Your excellency will bear in mind that you stated in your second process that the person demanded and the offence alleged were identical with those described in the first. If, besides Mr. Flournoy and the magistrate, before whom the affidavits were made, so high an authority as the chief-magistrate of Georgia, considers that to persuade a slave to seek liberty, and to aid her in her flight from servitude, constitute beyond question a crime of larceny — and if the judicial forms used in the state of Georgia confound simple trespasses with larceny, as your excellency’s last communication would seem designed to show—then the executive of this state can not exclude an apprehension that, in the present case, the grand jury of Chatham county may have presented a mere trespass in the form of a bill of indictment for larceny, a proceeding which can not receive the sanction of the executive of this state, unless subsequent reflection shall remove the present conviction that such a course would tend to confound all notions of moral right, and be dangerous to personal liberty.
Desirous always to surrender any citizen of this state to any of our sister-states, whom he may have offended, the executive can not, at the same time, forget that the rights of every citizen would be brought into jeopardy by his compliance with a demand in which there was so much reason to doubt whether a crime had actually been committed, no matter how unworthy of sympathy or favor the supposed fugitive might be.
Your excellency will, therefore, understand that a compliance with your demand is deferred until some further explanations shall be received to show that there was a taking of the slave with a felonious intent to convert her into property by the offender.
I have the honor to remain, with very high respect, your excellency's most obedient servant.
His EXCELLENCY CHARLES J. M‘Donald,
Governor of Georgia.
THE M'LEOD CASE.
TO THE SECRETARY OF STATE OF THE UNITED STATES.
STATE OF NEW YORK, EXECUTIVE DEPARTMENT,
} SIR: I have the honor to acknowledge the receipt of your letter of the 19th instant, with which was transmitted a copy of a recent correspondence between the department of state and her Britannic majesty's minister to the United States, relating to the case of Alexander M‘Leod, a British subject, who was arrested at Lewiston in November last, and is now detained at Lockport, on a charge of having been engaged in the capture and destruction of the steamboat Caroline in the year 1837.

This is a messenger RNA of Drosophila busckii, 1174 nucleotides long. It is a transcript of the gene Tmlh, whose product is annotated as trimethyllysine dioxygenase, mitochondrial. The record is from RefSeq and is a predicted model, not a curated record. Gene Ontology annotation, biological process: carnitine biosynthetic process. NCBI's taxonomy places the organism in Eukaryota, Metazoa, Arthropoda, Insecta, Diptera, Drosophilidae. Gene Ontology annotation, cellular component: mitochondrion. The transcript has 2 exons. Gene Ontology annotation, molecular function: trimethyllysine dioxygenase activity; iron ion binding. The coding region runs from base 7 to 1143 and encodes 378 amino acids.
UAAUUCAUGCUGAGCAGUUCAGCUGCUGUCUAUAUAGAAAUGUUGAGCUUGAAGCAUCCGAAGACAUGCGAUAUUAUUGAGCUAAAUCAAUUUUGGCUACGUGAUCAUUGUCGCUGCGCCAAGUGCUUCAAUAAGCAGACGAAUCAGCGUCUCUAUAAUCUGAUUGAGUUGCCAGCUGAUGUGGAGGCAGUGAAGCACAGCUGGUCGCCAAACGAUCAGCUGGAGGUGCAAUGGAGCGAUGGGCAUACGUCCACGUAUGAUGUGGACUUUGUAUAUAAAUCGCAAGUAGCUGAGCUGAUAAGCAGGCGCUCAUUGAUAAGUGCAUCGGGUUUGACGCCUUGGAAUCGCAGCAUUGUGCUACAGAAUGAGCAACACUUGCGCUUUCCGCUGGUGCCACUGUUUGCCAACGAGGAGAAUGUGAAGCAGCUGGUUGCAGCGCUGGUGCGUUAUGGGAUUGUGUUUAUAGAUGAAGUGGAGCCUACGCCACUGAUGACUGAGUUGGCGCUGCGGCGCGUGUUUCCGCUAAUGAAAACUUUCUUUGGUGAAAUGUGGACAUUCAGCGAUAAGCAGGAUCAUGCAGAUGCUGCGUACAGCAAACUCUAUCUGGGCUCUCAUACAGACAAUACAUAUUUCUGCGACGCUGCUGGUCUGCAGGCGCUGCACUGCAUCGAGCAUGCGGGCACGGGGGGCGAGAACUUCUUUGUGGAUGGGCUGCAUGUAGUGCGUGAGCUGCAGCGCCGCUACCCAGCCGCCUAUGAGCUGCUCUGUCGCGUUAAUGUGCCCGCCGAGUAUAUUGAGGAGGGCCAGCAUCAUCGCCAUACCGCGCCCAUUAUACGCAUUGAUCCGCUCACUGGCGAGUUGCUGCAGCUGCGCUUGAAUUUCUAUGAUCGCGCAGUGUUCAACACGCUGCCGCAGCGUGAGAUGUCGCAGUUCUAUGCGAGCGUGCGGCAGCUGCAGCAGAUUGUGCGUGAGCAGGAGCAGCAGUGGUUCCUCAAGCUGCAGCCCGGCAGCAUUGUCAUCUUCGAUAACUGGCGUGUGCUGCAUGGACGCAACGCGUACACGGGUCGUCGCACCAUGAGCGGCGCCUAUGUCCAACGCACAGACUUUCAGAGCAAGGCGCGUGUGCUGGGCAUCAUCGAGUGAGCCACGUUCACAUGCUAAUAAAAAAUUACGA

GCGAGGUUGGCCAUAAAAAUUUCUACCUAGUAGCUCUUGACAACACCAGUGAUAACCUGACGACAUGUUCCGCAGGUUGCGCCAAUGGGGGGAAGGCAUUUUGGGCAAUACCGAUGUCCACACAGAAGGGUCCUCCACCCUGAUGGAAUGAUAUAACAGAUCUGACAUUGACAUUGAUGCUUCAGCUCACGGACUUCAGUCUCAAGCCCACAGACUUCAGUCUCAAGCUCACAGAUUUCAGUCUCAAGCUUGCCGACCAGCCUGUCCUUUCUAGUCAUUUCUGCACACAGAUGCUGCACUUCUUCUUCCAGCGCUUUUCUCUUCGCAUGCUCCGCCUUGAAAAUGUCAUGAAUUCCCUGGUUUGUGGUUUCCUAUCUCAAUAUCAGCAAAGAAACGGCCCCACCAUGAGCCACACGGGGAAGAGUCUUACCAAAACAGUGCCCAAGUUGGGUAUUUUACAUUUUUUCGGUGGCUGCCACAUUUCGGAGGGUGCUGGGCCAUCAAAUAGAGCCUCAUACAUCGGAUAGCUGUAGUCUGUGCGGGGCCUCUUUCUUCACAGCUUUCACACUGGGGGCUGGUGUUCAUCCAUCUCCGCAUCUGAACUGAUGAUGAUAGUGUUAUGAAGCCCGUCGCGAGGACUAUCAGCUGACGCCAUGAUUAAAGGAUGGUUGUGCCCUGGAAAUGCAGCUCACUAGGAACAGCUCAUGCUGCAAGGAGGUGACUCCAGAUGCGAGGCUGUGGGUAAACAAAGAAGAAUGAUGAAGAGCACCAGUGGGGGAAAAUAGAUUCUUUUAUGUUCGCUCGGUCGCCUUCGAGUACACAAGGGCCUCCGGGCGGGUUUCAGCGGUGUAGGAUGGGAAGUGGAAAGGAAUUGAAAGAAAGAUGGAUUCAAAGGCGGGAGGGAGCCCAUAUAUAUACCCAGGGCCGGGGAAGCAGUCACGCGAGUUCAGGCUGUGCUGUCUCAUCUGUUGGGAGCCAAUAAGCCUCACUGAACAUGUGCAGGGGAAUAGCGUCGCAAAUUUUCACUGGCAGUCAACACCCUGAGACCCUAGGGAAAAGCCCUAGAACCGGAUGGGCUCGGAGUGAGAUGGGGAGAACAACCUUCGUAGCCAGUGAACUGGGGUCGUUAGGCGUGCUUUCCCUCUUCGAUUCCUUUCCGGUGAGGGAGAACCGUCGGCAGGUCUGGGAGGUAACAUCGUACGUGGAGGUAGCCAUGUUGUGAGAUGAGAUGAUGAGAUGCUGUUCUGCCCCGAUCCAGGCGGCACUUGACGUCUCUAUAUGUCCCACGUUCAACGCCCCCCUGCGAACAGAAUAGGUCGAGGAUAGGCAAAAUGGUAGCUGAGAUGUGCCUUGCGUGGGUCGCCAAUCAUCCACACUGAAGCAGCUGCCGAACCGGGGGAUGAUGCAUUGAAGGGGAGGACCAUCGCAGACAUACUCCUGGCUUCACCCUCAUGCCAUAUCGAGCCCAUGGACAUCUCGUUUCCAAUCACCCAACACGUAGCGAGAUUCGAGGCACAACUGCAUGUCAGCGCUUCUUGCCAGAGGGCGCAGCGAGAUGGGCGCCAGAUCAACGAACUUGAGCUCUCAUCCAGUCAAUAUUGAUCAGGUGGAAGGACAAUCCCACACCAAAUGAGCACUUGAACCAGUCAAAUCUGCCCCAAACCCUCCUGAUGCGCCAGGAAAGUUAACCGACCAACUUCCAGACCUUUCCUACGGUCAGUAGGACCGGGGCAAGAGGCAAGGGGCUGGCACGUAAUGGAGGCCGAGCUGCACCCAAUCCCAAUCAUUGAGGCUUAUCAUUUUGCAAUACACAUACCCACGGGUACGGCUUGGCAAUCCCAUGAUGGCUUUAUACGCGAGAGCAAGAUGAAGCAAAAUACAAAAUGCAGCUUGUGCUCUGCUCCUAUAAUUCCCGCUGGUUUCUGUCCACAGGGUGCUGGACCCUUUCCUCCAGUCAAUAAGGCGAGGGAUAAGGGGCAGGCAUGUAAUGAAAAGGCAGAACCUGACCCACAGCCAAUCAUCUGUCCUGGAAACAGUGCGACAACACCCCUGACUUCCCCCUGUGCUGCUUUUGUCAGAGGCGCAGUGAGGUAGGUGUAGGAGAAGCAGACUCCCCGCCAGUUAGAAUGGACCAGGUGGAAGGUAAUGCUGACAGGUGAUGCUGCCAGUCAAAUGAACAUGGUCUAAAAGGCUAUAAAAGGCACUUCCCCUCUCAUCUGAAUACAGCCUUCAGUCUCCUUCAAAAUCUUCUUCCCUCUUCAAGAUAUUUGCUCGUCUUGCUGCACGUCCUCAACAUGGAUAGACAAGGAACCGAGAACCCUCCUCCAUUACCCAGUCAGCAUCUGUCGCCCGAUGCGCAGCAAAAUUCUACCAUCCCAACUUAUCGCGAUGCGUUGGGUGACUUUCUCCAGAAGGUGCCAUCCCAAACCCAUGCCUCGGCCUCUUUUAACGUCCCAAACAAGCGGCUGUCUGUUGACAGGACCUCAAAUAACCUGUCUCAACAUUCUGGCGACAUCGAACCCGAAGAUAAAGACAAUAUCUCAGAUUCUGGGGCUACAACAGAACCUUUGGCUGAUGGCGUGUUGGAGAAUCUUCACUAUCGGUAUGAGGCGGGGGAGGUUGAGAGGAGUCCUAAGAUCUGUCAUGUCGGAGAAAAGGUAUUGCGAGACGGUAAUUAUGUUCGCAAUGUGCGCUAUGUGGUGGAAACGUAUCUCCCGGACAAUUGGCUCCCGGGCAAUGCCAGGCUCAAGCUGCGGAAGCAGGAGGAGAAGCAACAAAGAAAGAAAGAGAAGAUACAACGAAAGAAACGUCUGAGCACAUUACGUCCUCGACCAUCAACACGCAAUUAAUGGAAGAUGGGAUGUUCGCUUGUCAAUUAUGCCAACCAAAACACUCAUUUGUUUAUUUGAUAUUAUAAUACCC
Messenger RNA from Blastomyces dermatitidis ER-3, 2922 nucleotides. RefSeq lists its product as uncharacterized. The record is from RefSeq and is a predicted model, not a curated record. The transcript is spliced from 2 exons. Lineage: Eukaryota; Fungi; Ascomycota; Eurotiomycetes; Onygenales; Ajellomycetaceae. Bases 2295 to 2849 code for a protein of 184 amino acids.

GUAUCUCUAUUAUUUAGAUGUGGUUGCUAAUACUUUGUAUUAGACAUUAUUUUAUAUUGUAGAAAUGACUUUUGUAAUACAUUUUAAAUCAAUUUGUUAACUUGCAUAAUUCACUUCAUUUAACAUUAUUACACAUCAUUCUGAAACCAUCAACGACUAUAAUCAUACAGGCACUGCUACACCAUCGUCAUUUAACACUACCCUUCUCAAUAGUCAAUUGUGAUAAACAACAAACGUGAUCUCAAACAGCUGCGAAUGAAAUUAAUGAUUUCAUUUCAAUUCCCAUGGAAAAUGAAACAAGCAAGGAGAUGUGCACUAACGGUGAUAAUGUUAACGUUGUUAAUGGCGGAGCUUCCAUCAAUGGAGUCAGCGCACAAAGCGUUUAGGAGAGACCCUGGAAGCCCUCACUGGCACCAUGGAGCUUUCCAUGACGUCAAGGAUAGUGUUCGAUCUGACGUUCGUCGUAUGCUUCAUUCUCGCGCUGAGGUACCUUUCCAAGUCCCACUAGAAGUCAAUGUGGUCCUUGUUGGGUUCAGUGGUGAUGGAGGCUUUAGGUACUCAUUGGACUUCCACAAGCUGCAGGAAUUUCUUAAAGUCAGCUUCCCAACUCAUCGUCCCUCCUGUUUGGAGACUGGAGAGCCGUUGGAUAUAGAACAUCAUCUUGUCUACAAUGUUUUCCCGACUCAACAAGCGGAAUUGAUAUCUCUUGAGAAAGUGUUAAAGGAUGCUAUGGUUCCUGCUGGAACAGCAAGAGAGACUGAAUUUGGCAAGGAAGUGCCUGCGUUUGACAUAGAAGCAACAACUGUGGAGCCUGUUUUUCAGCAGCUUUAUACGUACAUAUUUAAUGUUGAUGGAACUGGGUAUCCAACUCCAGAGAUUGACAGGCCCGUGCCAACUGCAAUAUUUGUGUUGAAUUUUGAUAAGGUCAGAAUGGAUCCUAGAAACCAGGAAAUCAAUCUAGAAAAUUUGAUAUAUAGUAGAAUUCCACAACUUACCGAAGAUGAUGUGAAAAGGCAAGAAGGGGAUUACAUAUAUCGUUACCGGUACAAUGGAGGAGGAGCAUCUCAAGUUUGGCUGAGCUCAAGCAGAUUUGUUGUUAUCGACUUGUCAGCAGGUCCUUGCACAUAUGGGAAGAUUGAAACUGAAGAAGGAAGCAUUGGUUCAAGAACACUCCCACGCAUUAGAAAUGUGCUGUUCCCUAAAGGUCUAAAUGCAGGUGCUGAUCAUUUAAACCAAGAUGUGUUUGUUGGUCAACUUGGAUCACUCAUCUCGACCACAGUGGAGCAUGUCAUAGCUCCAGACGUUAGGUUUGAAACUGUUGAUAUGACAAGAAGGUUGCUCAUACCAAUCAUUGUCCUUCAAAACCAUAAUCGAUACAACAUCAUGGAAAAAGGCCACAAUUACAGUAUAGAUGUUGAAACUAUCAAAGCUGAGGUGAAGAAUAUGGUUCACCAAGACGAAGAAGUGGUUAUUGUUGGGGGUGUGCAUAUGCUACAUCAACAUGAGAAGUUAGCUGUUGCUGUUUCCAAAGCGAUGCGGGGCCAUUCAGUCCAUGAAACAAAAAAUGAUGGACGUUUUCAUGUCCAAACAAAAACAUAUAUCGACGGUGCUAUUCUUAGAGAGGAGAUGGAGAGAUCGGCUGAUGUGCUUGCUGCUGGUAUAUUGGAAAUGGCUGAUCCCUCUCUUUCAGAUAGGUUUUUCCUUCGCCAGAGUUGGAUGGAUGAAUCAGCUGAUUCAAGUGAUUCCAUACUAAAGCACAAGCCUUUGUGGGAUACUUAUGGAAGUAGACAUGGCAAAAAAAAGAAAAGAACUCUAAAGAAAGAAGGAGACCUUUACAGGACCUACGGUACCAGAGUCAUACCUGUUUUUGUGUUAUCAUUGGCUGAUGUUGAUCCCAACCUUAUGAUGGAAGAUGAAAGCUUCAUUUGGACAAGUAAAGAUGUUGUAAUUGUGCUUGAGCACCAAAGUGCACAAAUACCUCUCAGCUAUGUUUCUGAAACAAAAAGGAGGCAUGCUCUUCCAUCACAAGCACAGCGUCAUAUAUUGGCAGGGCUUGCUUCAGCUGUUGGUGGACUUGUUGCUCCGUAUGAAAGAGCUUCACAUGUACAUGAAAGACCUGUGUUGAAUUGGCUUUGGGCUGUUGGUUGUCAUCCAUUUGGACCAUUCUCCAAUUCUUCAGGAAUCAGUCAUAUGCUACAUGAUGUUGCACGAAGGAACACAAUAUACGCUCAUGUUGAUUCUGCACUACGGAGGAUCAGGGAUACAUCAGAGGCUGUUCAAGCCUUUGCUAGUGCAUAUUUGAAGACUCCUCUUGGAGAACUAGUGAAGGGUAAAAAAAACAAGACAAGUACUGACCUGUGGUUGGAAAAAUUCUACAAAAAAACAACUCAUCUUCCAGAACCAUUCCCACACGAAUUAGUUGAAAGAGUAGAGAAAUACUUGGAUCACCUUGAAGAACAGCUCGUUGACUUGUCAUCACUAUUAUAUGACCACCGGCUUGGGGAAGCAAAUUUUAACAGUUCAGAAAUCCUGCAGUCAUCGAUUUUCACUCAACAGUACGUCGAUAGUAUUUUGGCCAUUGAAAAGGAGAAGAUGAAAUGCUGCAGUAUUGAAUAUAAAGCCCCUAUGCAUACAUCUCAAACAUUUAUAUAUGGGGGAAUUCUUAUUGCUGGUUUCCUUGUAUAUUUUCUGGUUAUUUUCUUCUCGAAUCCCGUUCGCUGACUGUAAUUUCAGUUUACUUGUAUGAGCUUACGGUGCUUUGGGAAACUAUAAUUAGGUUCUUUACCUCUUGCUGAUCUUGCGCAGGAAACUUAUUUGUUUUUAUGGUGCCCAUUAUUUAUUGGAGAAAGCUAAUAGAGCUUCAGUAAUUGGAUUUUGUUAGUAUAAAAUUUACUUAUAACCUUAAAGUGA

You will please make known to the president, that at a recent term of the general sessions of the peace held in and for the county of Niagara, Alexander M‘Leod, who is the subject of the correspondence, was indicted for the crime of arson committed in the transaction to which you have referred. The executive authority of this state is not informed of the nature of the testimony which was submitted to the grand jury, but no doubt is entertained that it was sufficient to justify the finding of a true bill. Notwithstanding the legal presumption against the prisoner, it is understood that he asserts confidently his innocence of any agency in the capture and destruction of the Caroline. A just regard for the honor of this state, as well as a due consideration of the importance of the case to the prisoner, and the possible influence of the result of the proceeding upon the relations existing between this country and Great Britain, has seemed to
me to require that the accused should have a fair and impartial trial; that if he participated in the incendiary and murderous transaction with which his name has thus been connected, he should suffer the penalty which our laws prescribe; and that, on the other hand, if he be in truth innocent, the justice of our country ought to manifest itself in his acquittal, notwithstanding the public indignation which the crime laid to his charge has so justly called forth. Influenced by these views, I had, previously to the receipt of your communication, deemed it my duty to require the chief-justice of the supreme court of judicature of this state to preside at the trial of the cause, and had directed the attorney-general to conduct the prosecution. The trial will be brought on at the next court of oyer and terminer to be held in the county of Niagara on the fourth Monday of March next, unless the prisoner shall interpose reasons for delay, or avail himself of his right to demand the removal of the cause out of the court of oyer and terminer, with a view to obtain a change of venue to some other county than that in which the indictment was found. Be pleased to assure the president, that, so far as shall depend upon me, nothing shall occur in regard to the case, inconsistent with the views I have expressed.
The views of the president as exhibited in the correspondence before me are fully concurred in, and his action in accordance with those views will be duly supported by the public authorities of this state. Those authorities desire that all the amicable relations of the country may be continued, and they are especially solicitous for the preservation of the harmony which happily for both parties has so long existed between the United States and the great nation, one of whose provinces is upon our northern borders. Nevertheless the public authorities of the state, as well as the whole people, are obliged by a proper sense of the national honor, and by every consideration affecting the general security, to regard the transaction in which the prisoner is alleged to have participated, “as an unjustifiable invasion in time of peace, of a portion of the territory of the United States, by a band of armed men, resulting in the destruction of American property, and the murder of one or more citizens” of this state. The crimes committed in the aggression, as you have well observed, fall within the jurisdiction of this state, and its authorities, under the provisions of the constitution, act in regard to those crimes, indepen